Having said that, a quick glance on assorted forums would seem to suggest that they were quite the thing in the 70s with skinheads and mods, and from what I can see, people who care about their shoes seem positively pro-Blakey. Indeed, there's now a Blakey-blog (so new they're still using Lorem Ipsum in one of the posts) and you can follow them on Twitter, should you think a manufacturer of metal shoe protectors actually has anything interesting to say.

But I'm not sure it's something I think I can buy into, so sadly, might be the back of the closet for these badboys, (though in their favour, doing a running slide on concrete does apparently generate sparks – why didn't I have these things as a kid!?). What do people think?

In the meantime, here's Matchstick Men and dogs by Michael Colman & Brian Burke from 1977, a song which immortalises the Blakeys legacy with the line about the "kids on the corner of the street who wore sparking clogs". Enjoy.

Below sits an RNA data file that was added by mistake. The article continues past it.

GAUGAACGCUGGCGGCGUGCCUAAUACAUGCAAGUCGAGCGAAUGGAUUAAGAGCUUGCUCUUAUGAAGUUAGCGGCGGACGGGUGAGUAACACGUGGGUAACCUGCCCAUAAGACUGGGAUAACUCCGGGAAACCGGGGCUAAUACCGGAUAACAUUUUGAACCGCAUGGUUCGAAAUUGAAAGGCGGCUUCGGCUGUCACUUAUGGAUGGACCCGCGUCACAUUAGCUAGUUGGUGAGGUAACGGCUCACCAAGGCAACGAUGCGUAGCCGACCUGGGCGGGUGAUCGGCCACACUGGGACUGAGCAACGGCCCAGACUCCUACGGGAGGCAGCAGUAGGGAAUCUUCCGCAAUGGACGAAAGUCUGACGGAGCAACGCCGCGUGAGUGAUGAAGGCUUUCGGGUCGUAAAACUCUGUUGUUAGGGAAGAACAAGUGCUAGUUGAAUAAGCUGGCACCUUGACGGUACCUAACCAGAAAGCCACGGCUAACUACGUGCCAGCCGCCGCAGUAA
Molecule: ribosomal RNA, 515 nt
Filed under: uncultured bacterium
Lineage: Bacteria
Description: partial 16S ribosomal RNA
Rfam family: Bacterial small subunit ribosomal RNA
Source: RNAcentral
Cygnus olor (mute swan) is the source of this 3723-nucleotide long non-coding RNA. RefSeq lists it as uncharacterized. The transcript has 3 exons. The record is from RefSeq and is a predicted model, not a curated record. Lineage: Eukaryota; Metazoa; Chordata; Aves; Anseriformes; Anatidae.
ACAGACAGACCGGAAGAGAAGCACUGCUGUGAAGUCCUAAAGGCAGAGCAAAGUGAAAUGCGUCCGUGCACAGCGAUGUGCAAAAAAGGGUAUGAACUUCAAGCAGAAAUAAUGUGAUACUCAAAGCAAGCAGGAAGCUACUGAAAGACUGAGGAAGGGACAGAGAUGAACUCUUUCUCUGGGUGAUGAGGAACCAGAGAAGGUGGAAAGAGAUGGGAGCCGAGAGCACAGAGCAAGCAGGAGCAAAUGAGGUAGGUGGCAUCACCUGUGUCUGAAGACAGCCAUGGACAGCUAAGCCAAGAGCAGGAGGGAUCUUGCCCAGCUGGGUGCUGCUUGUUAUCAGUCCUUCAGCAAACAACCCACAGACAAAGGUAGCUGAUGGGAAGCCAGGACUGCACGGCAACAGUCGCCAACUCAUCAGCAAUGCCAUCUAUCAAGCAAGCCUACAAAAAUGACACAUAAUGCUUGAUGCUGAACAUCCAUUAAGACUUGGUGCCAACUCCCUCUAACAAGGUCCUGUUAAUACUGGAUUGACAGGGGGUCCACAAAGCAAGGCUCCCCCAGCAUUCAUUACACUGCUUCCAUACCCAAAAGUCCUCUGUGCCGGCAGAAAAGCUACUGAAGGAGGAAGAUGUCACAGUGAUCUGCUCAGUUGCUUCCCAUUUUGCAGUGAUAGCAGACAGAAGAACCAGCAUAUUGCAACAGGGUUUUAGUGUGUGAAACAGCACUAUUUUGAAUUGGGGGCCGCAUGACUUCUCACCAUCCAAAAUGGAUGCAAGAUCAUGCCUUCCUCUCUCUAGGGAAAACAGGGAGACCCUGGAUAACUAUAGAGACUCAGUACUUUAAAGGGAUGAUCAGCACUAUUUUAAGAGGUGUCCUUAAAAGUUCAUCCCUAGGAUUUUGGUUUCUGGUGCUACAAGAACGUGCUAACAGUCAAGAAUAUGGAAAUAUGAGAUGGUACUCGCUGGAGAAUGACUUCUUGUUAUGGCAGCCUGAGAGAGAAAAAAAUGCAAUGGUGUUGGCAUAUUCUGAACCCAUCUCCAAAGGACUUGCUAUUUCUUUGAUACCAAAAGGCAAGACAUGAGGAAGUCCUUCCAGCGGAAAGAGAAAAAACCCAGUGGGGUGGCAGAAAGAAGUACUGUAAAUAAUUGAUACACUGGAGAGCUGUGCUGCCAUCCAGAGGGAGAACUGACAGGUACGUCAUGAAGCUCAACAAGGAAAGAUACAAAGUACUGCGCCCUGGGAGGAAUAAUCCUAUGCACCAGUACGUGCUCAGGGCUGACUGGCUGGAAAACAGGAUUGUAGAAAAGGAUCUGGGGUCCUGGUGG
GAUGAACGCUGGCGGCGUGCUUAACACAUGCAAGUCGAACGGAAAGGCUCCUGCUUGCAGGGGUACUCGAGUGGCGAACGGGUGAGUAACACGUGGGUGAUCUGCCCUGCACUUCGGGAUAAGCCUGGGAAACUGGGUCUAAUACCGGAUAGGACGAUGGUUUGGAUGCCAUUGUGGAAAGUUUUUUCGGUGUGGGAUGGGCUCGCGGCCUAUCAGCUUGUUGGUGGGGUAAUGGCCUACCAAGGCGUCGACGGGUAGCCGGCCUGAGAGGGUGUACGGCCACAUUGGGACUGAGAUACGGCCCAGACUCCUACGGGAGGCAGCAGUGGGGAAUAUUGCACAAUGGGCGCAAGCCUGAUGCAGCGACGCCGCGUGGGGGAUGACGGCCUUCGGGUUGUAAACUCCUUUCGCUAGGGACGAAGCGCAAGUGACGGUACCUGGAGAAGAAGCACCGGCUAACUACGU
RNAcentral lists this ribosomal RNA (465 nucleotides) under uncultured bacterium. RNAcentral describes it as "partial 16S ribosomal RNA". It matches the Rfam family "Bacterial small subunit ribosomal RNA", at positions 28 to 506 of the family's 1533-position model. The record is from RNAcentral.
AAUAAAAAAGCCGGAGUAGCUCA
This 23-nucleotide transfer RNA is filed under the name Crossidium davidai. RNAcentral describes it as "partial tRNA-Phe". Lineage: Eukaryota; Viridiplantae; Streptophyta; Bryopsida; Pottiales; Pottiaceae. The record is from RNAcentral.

Thursday, 21 January 2010

Thursday, 14 January 2010


Late on this one...

Saturday, 9 January 2010

The Road

Last night I went to see The Road, the film adaptation of Cormac McCarthy's novel of the sam name, at the Rio cinema on Kingsland road. It was absolutely packed for opening night, but if you were going to put money on where in the country a film like the Road was going to sell out, I guess a converted Art Deco cinema in Dalston would be a pretty safe bet.